District Office Hajnówka
The city is a tourist center (forests, narrow-gauge railway) and a Belarusian minority center (thanks to the Belarusian Culture Museum), who according to the 2007 census constitute 26.41% of inhabitants in Hajnówka.
In the city there is a branch of the Forest Department of Białystok University of Technology, which educates students in the field of Forestry. It is also a center of the wood industry and a forestry machine label. There are establishments here: knitting, clothing, forest and food processing.
There are 5 elementary schools in the city, two state high schools (including one with the additional teaching of the Belarusian language - LO from DNJB), a vocational school team and a non-public team of economic schools (including high school). There is also a Post-Secondary School of Psalmists and a Vocational Improvement Center. Every year, in May, the city hosts the International Festival "Hajnowskie Dni Muzyki Cerkiewnej".
In the city there is also the seat of the International Festival of Orthodox Music "Hajnówka" in Bialystok. Hajnówka is located on the Podlasie Lowland, in the south-eastern part of the Podlasie Voivodeship, on the western edge of the Białowieża Primeval Forest.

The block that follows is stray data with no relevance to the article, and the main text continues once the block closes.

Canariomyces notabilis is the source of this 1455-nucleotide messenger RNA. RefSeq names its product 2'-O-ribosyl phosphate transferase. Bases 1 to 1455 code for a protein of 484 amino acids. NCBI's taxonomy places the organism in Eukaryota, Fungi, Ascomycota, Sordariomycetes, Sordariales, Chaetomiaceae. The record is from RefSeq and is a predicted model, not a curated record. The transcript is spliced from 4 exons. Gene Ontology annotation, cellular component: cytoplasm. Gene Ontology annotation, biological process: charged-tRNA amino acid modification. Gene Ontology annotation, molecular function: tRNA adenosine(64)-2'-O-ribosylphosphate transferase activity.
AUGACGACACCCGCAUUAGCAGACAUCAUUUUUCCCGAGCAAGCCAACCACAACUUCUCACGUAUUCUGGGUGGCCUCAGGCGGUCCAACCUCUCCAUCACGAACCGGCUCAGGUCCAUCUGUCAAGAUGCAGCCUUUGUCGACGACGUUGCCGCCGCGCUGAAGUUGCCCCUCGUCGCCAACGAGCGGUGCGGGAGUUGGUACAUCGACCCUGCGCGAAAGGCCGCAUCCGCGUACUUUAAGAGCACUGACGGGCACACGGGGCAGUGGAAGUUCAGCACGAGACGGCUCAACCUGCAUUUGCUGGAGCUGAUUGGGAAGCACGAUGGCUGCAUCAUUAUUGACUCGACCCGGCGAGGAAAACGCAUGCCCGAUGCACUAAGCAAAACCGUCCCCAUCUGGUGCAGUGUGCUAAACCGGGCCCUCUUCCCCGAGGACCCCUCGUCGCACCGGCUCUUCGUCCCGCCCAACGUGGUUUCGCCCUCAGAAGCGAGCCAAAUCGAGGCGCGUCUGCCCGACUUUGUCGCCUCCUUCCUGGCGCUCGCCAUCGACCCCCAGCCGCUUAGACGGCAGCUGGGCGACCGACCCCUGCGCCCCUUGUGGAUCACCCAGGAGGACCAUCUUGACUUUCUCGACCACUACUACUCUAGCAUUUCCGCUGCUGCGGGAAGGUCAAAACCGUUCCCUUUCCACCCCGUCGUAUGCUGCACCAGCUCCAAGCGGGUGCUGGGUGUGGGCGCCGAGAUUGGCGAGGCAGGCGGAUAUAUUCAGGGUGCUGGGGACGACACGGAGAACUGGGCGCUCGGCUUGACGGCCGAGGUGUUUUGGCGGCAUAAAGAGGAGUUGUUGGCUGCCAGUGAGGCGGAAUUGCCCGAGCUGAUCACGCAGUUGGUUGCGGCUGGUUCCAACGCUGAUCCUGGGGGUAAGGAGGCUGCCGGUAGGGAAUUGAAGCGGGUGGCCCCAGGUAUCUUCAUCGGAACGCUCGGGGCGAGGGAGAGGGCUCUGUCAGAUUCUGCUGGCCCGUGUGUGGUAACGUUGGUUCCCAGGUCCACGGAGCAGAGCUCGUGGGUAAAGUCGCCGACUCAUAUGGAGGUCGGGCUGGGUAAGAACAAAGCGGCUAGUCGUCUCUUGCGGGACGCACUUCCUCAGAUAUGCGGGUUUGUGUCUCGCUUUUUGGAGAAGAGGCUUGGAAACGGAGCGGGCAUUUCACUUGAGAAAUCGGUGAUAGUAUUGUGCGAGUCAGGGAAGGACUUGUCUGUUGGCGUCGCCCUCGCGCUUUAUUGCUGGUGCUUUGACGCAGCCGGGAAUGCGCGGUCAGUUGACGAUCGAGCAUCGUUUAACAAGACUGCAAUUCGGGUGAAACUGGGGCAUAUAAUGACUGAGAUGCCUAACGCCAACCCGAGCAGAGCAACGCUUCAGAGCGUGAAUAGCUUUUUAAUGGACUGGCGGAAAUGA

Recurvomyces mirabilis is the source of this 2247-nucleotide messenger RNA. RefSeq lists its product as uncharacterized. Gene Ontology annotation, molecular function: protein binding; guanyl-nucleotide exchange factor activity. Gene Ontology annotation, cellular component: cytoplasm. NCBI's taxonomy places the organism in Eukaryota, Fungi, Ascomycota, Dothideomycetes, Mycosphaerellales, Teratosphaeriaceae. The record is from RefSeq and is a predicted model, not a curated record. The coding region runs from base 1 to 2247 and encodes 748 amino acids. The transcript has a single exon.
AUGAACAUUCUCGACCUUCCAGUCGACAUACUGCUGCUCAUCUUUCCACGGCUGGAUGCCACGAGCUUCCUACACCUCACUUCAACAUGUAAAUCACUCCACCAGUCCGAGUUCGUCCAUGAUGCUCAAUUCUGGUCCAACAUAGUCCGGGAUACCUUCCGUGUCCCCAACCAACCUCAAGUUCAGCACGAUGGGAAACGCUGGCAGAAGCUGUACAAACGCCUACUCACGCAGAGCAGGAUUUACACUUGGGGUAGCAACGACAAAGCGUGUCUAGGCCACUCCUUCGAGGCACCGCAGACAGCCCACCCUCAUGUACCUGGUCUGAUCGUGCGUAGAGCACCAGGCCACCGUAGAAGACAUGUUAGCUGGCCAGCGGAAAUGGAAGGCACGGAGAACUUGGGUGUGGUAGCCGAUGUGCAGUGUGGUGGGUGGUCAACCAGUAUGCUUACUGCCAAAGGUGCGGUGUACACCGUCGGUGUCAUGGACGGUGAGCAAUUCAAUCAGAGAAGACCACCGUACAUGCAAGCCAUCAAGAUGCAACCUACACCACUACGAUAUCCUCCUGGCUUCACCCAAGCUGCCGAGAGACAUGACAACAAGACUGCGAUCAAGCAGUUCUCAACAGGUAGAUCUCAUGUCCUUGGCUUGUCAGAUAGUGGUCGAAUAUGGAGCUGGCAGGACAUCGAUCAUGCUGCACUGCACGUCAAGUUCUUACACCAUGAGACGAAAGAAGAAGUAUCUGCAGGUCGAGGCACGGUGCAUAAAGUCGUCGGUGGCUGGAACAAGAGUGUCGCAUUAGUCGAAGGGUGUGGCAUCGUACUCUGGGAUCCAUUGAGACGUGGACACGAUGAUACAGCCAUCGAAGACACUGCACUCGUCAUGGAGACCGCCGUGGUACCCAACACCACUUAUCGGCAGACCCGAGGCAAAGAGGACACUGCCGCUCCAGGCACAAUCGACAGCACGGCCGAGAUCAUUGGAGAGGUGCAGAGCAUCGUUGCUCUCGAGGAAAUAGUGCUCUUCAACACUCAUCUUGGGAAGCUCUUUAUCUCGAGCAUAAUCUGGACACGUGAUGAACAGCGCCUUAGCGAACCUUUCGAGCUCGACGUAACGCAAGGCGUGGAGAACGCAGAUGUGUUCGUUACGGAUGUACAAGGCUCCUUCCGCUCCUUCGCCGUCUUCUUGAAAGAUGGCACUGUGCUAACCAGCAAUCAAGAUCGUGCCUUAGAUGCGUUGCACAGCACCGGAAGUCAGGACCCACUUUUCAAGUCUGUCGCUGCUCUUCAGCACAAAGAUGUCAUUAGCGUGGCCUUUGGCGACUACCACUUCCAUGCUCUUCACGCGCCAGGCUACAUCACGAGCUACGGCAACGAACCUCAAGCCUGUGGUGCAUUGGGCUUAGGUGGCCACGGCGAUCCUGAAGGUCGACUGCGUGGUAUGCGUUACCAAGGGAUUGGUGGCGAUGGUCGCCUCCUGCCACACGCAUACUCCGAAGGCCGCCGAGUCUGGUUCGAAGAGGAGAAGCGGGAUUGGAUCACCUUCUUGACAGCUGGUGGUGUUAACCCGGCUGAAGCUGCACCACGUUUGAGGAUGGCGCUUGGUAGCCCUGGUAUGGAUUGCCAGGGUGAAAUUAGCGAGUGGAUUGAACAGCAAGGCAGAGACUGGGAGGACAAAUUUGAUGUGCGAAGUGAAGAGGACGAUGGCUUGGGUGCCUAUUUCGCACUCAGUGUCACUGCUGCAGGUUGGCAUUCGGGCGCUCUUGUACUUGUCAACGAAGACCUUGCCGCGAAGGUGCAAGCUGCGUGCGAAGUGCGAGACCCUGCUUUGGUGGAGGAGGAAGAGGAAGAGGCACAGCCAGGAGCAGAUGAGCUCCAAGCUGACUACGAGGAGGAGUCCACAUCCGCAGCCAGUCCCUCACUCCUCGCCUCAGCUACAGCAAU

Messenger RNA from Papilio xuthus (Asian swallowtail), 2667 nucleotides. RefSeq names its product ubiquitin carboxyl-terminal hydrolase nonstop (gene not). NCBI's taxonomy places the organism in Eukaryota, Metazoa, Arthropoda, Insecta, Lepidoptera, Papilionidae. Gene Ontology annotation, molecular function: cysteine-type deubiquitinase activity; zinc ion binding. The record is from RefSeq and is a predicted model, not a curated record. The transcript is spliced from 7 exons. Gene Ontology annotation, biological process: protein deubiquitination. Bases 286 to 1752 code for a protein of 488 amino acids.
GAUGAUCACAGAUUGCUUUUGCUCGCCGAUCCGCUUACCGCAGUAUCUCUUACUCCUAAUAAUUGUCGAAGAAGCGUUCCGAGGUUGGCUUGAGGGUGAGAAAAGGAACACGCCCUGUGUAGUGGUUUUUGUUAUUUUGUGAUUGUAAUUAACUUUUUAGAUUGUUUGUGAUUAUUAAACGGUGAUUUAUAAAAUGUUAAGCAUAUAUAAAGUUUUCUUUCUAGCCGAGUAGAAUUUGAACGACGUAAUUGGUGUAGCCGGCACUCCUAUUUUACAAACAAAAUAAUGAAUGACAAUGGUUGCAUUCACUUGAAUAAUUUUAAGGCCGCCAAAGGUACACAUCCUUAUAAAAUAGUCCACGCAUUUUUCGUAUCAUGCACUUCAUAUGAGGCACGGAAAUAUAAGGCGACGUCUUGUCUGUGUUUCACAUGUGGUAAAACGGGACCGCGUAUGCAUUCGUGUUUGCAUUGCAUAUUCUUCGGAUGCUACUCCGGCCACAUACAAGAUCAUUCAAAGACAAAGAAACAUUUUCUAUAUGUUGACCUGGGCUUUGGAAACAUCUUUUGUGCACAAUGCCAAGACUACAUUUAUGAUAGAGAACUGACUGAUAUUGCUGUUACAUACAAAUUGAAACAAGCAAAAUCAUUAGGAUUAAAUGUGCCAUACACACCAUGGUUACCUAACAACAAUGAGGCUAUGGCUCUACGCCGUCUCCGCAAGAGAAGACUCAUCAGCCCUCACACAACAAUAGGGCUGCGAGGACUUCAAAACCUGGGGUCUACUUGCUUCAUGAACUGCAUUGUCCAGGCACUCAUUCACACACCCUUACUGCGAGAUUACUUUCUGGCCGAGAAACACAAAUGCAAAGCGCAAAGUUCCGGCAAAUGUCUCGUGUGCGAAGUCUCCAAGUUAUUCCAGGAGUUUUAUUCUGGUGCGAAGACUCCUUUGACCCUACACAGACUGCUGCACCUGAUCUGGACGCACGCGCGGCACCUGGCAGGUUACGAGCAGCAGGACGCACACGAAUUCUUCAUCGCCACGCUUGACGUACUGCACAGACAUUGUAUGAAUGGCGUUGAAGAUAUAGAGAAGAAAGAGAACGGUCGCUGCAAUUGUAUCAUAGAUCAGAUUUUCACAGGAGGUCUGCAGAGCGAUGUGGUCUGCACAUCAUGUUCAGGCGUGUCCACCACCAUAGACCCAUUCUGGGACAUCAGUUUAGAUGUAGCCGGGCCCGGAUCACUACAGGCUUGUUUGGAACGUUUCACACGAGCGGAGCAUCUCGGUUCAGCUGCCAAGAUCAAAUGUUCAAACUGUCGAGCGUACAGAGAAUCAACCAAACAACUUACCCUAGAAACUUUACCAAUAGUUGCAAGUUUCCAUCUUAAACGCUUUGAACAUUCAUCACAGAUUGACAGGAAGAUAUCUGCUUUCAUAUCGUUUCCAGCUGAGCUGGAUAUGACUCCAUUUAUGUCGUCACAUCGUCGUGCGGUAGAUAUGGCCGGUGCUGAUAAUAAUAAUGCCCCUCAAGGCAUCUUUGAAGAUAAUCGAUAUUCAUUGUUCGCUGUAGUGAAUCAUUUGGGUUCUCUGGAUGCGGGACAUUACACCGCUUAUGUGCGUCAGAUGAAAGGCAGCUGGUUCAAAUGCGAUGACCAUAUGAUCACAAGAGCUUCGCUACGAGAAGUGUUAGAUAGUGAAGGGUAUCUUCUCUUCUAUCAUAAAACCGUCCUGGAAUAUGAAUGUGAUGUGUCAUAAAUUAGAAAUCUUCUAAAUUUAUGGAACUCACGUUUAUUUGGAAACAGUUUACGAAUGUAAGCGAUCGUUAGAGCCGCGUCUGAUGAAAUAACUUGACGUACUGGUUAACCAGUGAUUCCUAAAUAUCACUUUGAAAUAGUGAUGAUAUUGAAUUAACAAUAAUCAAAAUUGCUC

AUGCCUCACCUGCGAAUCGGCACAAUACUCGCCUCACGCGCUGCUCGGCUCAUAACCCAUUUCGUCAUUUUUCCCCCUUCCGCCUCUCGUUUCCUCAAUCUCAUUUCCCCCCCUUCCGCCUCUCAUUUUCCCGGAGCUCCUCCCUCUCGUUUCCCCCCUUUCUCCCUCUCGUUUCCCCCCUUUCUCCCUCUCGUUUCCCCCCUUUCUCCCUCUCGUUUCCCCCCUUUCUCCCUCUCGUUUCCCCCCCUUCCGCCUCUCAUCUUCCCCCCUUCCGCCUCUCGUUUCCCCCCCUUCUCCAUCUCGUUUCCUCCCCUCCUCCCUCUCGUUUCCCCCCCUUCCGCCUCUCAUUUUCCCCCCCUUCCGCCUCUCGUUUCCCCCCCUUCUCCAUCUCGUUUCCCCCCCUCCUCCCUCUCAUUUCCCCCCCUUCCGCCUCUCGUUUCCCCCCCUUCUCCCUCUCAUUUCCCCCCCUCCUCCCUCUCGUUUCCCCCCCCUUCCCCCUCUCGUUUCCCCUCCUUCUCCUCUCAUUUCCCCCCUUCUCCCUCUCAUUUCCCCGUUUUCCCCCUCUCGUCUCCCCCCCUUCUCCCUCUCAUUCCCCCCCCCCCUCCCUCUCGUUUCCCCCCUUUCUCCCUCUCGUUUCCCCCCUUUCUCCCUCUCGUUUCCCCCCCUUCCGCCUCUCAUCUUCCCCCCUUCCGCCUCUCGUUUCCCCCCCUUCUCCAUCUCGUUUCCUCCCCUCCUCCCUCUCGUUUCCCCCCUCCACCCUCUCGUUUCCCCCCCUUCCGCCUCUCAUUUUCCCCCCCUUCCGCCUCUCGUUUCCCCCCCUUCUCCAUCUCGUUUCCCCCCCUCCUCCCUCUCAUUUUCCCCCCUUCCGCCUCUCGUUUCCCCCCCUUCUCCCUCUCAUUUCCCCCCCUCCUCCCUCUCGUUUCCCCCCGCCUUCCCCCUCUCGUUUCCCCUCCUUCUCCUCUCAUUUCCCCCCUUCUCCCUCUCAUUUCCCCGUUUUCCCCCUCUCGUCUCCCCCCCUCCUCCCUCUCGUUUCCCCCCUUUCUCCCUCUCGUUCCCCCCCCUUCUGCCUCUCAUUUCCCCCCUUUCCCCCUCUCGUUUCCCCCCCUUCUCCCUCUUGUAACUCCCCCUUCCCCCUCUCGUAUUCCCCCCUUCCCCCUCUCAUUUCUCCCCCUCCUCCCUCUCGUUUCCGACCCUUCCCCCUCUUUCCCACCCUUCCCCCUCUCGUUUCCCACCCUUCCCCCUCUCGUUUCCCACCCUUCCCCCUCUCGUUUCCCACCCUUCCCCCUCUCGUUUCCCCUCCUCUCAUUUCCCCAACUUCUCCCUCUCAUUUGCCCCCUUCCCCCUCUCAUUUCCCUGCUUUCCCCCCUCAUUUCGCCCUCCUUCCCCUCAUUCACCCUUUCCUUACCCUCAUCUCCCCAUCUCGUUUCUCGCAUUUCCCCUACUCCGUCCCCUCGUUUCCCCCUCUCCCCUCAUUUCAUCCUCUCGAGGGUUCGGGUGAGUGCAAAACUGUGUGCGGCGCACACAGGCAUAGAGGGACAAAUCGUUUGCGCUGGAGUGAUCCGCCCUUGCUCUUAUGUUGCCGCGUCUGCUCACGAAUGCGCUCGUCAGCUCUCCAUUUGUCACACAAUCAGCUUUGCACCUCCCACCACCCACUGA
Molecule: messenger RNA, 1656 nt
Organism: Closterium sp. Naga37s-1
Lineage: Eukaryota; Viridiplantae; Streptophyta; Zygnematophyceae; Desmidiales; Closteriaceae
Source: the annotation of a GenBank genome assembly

The area around Hajnówka is a vast plain covered with forests, meadows and cultivated fields. The river Leśna Prawa, the tributary of the Bug flows through the city. Hajnówka grew out of the settlement of a forest guard, established in the 16th century. In 1589, the constitution "Ordinato on royal preserve" divided royal goods into state and table goods. The Bialowieza Forest entered the table goods intended for the maintenance of the royal court and for this reason was particularly protected. The importance of the Hajnowska Guard grew. After the Third Partition of Poland, Hajnówka found herself with the Białowieża Primeval Forest in the Russian Partition. In 1888, the Bialowieza Forest was transferred to the management of tsarist domains. In the years 1894-1906, the railway from Bielsk Podlaski to Białowieża and from Siedlce through Hajnówka to Wołkowyska was built. Hajnówka became a railway junction. Around 1900, a road from Bielsk Podlaski to Białowieża was built, which ran through Hajnówka. During World War I, in 1915, the Germans occupied the Bia³owie¿a Forest and started exploiting it. They built two sawmills in Hajnówka, a dry wood distillation plant, a narrow-gauge forestry node, repair workshops, and in the forest about 90 km of railway tracks used for transporting timber from the Bialowieza Forest. The Polish authorities took over Hajnówka in 1919. Industrial plants were state-owned and leased, only the "Terebenthen" factory went into private hands. For several years, the Forest Company, the queue and sawmills in Hajnówka was leased by the English company The Century European Timber Corporation. A wave of people from various parts of Poland came to Hajnówka. In addition, the Belarussian division of General Bułak-Bałachowicz has been dissolved here, which soldiers settled in Hajnówka and Białowieża. A specific dialectal and cultural conglomerate was formed, in which Poles constituted about 70% of the population. The newcomers occupied barracks, built wooden houses, sawdust and dugouts. The streets were marked out with the width of human arms spacing. Slowly, cultural and social life began to develop. A Roman Catholic parish was established, three elementary schools, the State School of Timber Industry, a dormitory, a house of culture, workers' housing estates, a post office, a pharmacy, a hotel, a public library, two cinemas, Społem Cooperative Cooperative, Sickness Fund. The streets were marked out with the width of human arms spacing. Slowly, cultural and social life began to develop. A Roman Catholic parish was established, three elementary schools, the State School of Timber Industry, a dormitory, a house of culture, workers' housing estates, a post office, a pharmacy, a hotel, a public library, two cinemas, Społem Cooperative Cooperative, Sickness Fund. The streets were marked out with the width of human arms spacing. Slowly, cultural and social life began to develop. A Roman Catholic parish was established, three elementary schools, the State School of Timber Industry, a dormitory, a house of culture, workers' housing estates, a post office, a pharmacy, a hotel, a public library, two cinemas, Społem Cooperative Cooperative, Sickness Fund.